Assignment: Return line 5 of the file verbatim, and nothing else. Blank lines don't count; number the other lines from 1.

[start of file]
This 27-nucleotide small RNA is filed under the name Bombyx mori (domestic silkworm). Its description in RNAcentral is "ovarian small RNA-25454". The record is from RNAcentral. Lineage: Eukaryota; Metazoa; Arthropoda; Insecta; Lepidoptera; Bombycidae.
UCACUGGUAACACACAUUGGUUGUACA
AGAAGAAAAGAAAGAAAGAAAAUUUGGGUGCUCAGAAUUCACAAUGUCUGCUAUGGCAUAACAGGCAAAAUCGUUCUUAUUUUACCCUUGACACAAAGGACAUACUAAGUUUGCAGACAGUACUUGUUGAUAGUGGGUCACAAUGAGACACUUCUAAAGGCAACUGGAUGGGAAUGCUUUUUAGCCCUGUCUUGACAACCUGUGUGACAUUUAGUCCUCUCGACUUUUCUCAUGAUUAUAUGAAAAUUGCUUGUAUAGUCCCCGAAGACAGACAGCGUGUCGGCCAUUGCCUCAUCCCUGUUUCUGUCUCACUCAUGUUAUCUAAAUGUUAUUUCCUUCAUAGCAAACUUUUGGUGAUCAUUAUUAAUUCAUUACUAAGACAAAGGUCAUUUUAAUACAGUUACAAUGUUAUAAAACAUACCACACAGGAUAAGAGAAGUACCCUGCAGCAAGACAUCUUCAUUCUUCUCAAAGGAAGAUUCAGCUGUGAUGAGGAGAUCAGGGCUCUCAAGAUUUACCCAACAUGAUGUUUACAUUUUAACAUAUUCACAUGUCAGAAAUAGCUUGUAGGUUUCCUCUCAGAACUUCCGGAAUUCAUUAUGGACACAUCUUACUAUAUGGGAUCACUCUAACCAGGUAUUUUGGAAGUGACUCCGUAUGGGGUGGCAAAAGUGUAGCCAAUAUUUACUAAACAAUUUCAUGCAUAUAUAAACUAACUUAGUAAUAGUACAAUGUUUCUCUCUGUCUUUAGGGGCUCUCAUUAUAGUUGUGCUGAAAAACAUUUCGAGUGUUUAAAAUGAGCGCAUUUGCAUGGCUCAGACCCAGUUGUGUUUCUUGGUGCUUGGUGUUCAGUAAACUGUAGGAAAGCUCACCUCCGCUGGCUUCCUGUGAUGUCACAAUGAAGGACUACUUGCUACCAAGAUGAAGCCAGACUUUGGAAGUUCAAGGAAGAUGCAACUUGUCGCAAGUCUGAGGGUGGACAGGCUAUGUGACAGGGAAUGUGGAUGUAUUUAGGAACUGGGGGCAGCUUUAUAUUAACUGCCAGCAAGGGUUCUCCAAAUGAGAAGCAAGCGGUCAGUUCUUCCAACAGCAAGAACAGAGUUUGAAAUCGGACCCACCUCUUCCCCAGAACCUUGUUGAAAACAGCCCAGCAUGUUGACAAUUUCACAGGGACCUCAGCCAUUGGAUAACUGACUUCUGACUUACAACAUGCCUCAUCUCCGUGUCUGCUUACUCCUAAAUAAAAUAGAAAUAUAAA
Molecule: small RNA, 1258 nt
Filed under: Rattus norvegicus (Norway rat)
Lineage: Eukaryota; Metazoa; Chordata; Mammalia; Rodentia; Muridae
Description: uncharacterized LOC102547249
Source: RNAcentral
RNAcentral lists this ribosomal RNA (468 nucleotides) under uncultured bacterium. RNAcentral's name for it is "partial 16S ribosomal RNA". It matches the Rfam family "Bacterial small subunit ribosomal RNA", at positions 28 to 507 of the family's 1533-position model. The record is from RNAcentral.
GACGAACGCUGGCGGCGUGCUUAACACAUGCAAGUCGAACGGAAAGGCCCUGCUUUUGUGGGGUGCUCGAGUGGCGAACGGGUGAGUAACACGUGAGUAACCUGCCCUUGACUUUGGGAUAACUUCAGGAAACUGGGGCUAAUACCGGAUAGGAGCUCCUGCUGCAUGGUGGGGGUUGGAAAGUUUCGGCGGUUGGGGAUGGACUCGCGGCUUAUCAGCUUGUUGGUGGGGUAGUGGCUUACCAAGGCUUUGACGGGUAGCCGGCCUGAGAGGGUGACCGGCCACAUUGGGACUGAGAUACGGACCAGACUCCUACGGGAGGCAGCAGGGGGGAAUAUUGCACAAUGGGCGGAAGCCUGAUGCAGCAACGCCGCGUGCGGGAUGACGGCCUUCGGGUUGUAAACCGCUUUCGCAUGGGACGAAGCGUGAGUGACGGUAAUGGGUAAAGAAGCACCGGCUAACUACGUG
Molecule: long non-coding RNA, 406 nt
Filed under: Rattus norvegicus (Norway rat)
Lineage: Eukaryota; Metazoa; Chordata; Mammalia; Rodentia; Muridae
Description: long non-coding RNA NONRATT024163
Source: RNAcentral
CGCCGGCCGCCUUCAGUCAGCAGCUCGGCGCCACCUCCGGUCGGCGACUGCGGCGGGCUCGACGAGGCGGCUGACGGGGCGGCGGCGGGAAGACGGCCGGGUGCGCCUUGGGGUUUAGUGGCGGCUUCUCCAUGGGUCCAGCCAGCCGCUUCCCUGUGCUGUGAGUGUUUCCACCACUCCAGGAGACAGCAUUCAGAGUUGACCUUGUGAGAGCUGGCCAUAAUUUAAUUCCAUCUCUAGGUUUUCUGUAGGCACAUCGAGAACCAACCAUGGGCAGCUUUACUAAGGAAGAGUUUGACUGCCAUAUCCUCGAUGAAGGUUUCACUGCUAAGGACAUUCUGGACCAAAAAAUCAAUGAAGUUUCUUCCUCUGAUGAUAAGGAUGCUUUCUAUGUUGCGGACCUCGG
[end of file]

Filed under: Rattus norvegicus (Norway rat)